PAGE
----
domingo, 14 de agosto de 2016


Original Released on LP Capitol 764 

Gene Vincent's very first album, cut in June 1956, was a rushed affair — which is obvious from the haphazard song selection — but manages to be one of the most exciting LPs to come out of the early rock & roll era, rivaling Elvis Presley's first two albums, which date from the same period. Its virtues, which is to say, the virtues of Gene Vincent and His Blue Caps as high energy rock & rollers, transcend the lack of quality songs on the album — the title hit is joined by some rocked up standards ("Lazy River," "Peg O' My Heart," and "Ain't She Sweet," which the Beatles picked up in their early repertory by way of Vincent, and made their first vocal recording five years later), a country ballad ("Wedding Bells") or two, and some hastily written rave-ups ("Jumps, Giggles and Shouts," etc.), little of it high-grade rock & roll material in and of itself. As it turned out, Vincent and his band didn't need first-rate songs to produce great rock & roll — they rise to the occasion here, throwing the hard rocking numbers into the air like the musical equivalent of jitterbug dancing, or stretching out elegantly on the handful of ballads, and the result is one of the few truly virtuoso rock & roll albums of the era. What sets "Bluejean Bop!" apart from Elvis' albums, in particular, and most other white rock & roll of the period, is that it has the tight sound of an actual working band, where Elvis' (and most other white rock & rollers') albums, in particular, almost inevitably featured session players whose presence helped make for an idealized recording, but not a good representation of how they sounded on stage — which is what rock & roll was really about. Vincent and company, by contrast, were playing shows virtually every night during the period of these sessions. The sessions themselves were done in a hurry, without any help from studio musicians; and they were conducted with minimal input from producer Ken Nelson, who pretty much let the band do what came naturally. The result is a lean, tight sound, akin to a live recording — which this practically was — in terms of minimal retakes, lots of spontaneity, and no overdubbing (Bruce Eder in AllMusic)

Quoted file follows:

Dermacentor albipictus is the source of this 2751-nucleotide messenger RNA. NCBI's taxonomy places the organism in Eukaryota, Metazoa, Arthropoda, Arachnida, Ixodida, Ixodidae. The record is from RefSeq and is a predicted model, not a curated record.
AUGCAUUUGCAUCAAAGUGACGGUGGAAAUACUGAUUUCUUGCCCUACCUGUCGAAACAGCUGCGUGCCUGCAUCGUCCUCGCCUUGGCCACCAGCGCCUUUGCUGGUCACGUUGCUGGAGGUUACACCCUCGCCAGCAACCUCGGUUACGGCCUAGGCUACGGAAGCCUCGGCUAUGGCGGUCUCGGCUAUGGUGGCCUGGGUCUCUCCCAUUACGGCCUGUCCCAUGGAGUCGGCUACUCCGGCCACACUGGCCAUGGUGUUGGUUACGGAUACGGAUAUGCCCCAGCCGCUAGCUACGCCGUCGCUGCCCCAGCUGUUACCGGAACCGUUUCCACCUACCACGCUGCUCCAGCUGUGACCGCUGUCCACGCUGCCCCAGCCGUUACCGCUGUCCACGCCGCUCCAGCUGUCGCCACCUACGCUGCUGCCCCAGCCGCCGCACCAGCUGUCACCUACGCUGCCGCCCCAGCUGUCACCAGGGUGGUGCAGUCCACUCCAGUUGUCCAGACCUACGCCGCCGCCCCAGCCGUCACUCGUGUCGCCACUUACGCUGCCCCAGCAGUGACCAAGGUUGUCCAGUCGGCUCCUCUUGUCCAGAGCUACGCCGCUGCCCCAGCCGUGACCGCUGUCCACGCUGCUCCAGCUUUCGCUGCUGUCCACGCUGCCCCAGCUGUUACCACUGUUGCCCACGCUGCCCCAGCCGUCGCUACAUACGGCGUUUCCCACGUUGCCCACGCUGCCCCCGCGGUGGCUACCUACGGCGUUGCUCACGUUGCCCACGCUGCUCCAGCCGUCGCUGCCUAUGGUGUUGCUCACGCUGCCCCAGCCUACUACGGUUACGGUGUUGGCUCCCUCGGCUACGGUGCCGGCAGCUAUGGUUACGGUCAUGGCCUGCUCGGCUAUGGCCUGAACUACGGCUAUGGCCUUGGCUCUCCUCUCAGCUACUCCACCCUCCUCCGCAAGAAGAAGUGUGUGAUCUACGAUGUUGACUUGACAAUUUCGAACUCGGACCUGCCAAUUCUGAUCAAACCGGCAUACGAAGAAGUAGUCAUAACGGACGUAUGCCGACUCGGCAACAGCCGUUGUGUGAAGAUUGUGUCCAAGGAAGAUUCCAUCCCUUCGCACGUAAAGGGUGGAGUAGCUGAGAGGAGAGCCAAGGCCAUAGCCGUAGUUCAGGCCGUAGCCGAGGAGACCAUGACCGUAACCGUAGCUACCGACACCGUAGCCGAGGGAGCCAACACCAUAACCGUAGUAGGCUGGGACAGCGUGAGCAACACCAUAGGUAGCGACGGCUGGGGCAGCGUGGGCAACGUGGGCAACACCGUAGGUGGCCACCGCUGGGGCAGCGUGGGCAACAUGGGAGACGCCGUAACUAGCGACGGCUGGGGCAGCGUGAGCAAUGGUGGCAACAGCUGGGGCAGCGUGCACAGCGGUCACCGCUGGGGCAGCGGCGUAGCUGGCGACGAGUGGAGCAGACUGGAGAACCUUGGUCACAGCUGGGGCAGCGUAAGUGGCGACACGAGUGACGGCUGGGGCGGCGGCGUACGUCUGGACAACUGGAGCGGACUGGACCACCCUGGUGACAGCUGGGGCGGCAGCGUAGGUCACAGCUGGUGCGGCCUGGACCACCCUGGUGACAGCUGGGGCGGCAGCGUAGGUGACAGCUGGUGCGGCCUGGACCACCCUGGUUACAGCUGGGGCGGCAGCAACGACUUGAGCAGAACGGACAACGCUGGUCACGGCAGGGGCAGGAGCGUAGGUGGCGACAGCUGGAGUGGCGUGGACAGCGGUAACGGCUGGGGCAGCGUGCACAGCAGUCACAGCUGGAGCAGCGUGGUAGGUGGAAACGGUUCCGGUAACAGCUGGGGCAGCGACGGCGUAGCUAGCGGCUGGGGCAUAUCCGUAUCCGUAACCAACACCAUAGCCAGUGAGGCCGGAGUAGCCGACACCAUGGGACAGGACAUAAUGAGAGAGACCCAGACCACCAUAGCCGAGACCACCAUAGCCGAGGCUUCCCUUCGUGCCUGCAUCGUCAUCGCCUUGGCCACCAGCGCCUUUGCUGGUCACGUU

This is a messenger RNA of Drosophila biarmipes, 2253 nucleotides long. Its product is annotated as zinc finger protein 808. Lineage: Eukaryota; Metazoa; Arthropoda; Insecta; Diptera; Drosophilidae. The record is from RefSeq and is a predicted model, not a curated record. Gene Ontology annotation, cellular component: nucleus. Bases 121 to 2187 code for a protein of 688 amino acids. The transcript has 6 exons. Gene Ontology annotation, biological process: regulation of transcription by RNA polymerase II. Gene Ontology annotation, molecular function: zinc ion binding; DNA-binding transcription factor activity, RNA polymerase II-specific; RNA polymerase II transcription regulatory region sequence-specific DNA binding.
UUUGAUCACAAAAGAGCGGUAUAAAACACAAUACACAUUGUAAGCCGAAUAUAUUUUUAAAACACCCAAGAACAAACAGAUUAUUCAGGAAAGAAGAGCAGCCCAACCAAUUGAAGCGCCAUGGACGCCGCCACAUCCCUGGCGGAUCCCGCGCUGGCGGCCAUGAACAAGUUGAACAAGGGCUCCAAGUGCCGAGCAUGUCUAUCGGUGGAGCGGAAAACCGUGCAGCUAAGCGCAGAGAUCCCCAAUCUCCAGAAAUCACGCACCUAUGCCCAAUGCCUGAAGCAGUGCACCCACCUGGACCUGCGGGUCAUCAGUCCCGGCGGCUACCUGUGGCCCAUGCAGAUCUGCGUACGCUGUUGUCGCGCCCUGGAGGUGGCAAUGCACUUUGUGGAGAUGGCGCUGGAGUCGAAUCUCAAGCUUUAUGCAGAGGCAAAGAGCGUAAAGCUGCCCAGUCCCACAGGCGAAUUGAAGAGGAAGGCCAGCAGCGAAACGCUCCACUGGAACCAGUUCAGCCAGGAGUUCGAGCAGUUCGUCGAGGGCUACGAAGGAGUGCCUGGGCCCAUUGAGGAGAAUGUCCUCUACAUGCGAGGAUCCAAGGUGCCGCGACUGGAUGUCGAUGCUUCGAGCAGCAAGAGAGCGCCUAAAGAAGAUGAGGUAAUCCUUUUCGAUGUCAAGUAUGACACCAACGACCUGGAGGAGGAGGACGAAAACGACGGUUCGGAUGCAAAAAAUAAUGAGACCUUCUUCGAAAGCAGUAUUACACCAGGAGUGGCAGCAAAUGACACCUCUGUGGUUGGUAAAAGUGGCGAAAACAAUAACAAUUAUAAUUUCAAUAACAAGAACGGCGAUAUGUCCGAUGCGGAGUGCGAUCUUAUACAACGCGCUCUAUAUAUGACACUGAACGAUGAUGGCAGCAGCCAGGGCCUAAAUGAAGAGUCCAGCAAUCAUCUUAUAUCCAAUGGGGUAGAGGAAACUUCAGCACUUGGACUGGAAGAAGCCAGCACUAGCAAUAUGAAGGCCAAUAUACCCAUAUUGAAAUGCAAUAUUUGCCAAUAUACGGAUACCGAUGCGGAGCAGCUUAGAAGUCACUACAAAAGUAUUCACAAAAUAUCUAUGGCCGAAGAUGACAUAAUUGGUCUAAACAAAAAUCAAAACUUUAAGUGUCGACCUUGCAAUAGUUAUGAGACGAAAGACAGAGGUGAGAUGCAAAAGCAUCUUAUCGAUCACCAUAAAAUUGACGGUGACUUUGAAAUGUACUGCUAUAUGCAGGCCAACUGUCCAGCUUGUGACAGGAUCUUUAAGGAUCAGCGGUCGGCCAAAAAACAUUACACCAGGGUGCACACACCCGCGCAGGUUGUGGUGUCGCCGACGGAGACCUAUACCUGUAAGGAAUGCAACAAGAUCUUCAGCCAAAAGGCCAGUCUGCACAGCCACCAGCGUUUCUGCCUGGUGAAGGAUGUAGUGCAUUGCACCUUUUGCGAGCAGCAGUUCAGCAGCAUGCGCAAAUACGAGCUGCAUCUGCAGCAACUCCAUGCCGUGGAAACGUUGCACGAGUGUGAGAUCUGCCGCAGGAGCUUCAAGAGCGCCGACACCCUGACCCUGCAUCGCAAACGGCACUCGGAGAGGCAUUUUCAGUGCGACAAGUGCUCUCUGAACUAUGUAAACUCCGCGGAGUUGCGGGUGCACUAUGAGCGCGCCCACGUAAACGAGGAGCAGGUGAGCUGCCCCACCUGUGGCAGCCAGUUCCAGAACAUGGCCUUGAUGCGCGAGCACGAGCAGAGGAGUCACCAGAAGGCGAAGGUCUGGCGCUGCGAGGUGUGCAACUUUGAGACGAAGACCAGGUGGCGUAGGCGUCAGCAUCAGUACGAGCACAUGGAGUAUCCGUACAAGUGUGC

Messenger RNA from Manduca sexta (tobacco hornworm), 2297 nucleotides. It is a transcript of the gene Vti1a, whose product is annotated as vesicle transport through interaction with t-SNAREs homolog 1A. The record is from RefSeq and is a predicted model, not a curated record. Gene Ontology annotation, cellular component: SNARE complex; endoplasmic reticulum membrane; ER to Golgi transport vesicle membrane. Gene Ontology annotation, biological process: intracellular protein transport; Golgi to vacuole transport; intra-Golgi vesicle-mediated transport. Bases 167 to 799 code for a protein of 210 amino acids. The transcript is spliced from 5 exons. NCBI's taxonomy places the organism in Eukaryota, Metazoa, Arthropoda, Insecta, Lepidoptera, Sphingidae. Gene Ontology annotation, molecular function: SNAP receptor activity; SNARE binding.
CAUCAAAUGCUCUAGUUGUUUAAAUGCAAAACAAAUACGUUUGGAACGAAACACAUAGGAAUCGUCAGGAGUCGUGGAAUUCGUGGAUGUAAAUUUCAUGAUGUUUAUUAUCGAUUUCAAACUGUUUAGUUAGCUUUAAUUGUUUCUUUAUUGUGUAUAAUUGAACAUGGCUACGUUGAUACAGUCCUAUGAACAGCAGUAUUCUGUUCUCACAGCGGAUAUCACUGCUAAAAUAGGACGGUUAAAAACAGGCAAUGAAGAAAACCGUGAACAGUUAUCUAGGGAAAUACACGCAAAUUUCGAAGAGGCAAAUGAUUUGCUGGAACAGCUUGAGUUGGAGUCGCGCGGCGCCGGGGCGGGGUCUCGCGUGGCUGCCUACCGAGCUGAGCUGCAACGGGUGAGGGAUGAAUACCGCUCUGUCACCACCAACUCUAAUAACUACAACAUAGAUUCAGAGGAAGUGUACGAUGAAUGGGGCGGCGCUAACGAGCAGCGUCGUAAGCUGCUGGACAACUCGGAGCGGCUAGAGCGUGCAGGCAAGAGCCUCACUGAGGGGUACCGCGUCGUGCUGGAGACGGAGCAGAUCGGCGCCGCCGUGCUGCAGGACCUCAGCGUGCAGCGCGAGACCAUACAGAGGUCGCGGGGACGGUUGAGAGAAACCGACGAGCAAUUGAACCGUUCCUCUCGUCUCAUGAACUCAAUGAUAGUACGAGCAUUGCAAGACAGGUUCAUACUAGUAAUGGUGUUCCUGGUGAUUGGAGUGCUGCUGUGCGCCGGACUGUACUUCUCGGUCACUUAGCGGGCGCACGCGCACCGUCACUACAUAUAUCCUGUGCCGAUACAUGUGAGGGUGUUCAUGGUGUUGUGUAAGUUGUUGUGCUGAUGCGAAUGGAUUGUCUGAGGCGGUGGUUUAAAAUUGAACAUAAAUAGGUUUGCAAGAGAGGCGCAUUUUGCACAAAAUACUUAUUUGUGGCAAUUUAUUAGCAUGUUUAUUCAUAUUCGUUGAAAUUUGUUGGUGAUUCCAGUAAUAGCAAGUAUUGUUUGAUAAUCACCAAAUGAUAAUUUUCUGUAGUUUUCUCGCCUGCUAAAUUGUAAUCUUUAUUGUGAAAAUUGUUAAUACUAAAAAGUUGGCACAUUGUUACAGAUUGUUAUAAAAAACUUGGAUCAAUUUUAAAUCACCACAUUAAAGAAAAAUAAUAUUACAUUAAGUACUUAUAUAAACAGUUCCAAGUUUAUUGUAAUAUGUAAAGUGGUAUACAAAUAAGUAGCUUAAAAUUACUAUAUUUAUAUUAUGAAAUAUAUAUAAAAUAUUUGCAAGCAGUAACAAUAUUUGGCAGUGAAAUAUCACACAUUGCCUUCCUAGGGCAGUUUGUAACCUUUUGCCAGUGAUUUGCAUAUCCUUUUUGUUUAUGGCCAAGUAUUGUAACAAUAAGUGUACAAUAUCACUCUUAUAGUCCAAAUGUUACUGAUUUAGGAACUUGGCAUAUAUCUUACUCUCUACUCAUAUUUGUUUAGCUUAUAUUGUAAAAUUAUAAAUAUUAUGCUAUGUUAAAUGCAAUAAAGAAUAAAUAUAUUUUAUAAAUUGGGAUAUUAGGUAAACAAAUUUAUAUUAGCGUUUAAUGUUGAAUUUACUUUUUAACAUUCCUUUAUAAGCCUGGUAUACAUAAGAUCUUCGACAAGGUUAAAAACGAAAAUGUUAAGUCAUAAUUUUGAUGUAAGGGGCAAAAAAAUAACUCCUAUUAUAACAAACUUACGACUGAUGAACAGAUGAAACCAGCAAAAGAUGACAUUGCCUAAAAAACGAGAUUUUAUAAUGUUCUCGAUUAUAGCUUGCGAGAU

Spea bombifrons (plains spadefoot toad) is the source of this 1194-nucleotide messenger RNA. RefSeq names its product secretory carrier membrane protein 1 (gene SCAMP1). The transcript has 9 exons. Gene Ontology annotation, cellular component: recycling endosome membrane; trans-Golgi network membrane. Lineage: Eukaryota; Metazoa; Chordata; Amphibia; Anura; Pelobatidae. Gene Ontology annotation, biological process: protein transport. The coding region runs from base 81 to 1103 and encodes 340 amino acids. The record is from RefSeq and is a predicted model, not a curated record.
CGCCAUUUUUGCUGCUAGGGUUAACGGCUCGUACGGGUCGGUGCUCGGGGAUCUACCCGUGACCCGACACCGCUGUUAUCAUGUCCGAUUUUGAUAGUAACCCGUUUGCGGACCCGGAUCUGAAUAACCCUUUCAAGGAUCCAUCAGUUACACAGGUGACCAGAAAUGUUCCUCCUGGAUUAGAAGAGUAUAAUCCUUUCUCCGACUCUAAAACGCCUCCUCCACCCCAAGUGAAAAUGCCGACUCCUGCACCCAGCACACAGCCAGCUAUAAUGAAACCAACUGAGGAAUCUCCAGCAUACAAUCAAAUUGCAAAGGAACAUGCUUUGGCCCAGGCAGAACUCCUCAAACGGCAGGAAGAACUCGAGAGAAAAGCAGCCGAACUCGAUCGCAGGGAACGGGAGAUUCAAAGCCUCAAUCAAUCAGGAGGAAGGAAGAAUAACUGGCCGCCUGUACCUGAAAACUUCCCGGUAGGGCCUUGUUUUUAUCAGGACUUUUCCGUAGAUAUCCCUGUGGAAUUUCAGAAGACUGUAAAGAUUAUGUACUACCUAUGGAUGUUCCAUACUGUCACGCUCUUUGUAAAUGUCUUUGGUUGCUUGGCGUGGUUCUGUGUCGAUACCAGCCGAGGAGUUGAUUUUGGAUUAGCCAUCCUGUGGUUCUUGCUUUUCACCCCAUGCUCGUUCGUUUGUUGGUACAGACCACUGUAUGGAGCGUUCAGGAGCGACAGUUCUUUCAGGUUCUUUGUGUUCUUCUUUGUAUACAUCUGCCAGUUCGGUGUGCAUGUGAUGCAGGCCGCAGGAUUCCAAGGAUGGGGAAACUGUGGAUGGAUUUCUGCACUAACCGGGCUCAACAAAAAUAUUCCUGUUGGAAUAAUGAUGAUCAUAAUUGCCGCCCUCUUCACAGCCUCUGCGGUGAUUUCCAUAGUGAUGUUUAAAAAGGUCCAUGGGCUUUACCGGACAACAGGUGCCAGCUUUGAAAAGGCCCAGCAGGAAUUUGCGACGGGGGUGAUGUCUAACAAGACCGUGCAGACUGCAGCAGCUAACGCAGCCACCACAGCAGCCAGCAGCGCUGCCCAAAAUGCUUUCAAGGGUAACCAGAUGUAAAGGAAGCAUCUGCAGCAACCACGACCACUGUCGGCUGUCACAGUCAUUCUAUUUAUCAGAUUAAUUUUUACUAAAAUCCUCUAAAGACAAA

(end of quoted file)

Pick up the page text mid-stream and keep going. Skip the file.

4 comentários:

Jack disse...

FANTASTIC!!! You are on a roll with great stuff. Thank You. Have some Righteous Brothers Like the Phillies label years? You've lost that lovin feelin, Just once in my Life and Back to Back? hadn't heard them in years.


chico fortinho disse...

Meu caro Rato:
Esta oferta de jóias raras dos anos 50, para além da fabulosa coleção em curso, é um trabalho precioso de divulgação. Julgo que muita gente tem apenas um conhecimento superficial da música daqueles alegres anos de abundância, ficando-se pelos hits mais conhecidos e não tendo uma noção real do verdadeiro pioneirismo que estes dois albuns ilustram na perfeição.
Mais uma vez, PARABÉNS!!!

julioxo disse...

Enhoraboa Sr. Rato.
Teño que lle decir que as alustracioons son unha pasada
Unha aperta

furyanimal disse...

rapaz, eu tenho a caixa deste artista da Capitol e Columbia records com 6 cds, mas esse faltava,Viva BebopLula Gene Vicente e a ao Rato por nos divulgar a musica dos anos 50.
Bons tempos... não ??

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